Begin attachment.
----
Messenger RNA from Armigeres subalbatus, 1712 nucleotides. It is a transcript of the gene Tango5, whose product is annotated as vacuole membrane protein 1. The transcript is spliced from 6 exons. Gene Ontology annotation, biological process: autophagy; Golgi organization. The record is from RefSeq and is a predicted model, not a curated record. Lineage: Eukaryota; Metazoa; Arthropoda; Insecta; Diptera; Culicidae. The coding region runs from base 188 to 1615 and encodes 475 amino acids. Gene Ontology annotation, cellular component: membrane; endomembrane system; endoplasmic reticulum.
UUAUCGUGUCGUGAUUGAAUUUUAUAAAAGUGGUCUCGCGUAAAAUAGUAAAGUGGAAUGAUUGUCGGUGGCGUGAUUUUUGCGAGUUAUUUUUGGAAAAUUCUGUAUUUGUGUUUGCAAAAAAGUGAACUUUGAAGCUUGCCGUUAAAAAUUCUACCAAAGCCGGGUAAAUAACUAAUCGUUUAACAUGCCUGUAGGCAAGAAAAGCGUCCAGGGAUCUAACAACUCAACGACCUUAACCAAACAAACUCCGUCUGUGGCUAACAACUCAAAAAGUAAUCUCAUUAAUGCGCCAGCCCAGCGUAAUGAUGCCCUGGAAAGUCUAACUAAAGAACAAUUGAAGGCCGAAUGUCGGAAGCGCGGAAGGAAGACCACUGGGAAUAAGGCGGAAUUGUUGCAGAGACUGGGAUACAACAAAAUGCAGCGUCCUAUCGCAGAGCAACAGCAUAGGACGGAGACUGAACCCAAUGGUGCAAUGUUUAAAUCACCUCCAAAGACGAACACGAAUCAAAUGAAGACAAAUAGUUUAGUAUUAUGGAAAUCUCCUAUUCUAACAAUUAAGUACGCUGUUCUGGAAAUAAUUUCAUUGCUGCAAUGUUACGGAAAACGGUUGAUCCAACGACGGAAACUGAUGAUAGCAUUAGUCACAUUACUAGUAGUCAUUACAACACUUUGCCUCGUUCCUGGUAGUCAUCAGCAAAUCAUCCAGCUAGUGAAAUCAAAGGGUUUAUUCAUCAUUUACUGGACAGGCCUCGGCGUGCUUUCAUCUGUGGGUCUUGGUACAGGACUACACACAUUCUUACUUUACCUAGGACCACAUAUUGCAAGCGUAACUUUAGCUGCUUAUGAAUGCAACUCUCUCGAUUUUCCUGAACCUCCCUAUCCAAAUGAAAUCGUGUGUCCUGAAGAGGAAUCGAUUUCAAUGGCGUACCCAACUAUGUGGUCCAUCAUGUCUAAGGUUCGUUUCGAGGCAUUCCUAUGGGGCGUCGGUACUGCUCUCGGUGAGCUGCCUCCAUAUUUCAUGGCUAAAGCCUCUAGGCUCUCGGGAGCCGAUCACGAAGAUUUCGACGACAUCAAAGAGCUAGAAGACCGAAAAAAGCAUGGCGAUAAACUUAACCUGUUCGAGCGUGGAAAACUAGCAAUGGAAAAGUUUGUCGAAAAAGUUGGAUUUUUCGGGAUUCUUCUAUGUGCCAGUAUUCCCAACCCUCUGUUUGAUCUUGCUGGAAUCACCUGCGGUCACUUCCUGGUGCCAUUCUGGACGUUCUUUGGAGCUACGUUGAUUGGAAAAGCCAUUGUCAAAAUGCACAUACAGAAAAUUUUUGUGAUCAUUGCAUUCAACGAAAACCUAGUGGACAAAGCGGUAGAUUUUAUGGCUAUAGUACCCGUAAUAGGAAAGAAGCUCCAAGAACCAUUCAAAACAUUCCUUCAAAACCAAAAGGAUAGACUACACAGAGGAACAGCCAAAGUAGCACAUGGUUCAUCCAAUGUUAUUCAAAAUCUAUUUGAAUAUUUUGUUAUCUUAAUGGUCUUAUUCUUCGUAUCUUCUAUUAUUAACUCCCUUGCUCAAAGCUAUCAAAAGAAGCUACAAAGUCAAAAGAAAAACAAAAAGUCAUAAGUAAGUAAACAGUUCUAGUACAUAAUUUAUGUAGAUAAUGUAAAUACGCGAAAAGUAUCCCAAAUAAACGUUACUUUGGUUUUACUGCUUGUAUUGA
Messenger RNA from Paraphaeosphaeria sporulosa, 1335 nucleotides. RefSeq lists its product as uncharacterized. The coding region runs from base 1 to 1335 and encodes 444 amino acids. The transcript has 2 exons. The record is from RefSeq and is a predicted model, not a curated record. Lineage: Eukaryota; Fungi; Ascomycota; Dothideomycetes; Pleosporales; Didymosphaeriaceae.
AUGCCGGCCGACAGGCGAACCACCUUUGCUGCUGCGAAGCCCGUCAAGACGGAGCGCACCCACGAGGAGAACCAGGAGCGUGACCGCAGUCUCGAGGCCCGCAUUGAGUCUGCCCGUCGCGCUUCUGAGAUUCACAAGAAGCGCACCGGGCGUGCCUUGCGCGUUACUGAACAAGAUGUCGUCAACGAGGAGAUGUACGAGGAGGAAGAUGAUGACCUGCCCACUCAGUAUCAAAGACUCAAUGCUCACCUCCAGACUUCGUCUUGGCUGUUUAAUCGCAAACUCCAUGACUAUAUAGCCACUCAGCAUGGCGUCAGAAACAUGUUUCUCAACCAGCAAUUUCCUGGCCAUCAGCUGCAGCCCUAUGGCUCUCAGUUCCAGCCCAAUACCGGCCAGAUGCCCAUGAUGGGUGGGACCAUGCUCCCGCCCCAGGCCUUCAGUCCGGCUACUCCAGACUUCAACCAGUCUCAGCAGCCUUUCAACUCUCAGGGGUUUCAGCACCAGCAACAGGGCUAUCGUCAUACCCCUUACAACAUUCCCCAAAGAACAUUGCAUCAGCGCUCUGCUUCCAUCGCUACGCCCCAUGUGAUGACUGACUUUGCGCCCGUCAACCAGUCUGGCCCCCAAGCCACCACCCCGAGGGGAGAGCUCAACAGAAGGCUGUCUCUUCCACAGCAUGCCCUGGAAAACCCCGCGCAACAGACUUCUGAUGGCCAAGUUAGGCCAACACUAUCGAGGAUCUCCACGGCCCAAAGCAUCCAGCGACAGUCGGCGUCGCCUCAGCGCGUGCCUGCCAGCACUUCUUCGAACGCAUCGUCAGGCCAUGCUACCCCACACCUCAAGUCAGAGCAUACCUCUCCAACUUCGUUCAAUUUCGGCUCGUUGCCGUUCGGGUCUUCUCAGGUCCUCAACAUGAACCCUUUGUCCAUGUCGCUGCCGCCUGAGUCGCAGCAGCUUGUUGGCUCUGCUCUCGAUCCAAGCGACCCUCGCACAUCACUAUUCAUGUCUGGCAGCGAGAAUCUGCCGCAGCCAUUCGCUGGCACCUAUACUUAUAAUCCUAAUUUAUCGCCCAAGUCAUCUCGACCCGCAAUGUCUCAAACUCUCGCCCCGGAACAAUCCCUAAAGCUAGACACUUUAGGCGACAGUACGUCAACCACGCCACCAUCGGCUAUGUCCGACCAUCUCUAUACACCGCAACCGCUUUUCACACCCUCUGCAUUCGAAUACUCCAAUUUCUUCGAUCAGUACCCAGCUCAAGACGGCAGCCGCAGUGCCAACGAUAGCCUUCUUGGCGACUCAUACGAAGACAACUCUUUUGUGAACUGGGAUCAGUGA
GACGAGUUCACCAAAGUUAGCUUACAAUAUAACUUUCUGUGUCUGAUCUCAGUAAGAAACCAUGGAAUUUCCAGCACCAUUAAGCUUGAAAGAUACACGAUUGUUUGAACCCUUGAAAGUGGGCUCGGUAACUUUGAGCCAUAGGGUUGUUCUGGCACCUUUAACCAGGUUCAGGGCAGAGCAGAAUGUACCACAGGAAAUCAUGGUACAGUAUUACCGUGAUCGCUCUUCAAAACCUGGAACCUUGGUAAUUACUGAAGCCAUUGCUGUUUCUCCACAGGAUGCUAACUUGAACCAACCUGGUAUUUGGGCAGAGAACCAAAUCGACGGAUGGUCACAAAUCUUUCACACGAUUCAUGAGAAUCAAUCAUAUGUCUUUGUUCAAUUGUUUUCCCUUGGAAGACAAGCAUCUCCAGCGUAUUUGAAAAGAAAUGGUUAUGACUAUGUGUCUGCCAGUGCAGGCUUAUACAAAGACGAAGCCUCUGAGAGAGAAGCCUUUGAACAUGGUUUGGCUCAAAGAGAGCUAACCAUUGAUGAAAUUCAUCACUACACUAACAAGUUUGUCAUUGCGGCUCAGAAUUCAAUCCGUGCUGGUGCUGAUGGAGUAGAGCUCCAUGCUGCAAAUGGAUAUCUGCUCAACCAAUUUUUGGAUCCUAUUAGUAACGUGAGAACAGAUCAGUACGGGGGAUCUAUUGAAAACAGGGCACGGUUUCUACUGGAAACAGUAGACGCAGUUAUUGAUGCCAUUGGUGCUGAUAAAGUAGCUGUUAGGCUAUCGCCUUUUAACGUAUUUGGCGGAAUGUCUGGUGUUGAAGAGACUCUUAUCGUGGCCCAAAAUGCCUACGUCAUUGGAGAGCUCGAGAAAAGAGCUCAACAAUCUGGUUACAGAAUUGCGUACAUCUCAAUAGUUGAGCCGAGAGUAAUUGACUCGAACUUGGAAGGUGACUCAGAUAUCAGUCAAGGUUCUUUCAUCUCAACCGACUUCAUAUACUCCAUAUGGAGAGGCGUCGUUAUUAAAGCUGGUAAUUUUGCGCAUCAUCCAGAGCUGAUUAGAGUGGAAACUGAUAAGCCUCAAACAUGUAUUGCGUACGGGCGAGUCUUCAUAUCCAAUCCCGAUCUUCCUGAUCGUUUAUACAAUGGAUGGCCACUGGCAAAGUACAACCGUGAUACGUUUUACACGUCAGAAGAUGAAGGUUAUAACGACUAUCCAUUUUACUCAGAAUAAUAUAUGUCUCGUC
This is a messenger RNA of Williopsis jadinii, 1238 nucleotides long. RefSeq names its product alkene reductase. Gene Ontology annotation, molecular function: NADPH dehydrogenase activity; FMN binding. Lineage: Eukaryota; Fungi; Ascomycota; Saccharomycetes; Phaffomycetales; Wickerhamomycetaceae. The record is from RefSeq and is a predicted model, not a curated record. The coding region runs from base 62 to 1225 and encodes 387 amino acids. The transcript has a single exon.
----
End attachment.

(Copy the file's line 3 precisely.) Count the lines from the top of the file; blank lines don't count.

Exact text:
Messenger RNA from Paraphaeosphaeria sporulosa, 1335 nucleotides. RefSeq lists its product as uncharacterized. The coding region runs from base 1 to 1335 and encodes 444 amino acids. The transcript has 2 exons. The record is from RefSeq and is a predicted model, not a curated record. Lineage: Eukaryota; Fungi; Ascomycota; Dothideomycetes; Pleosporales; Didymosphaeriaceae.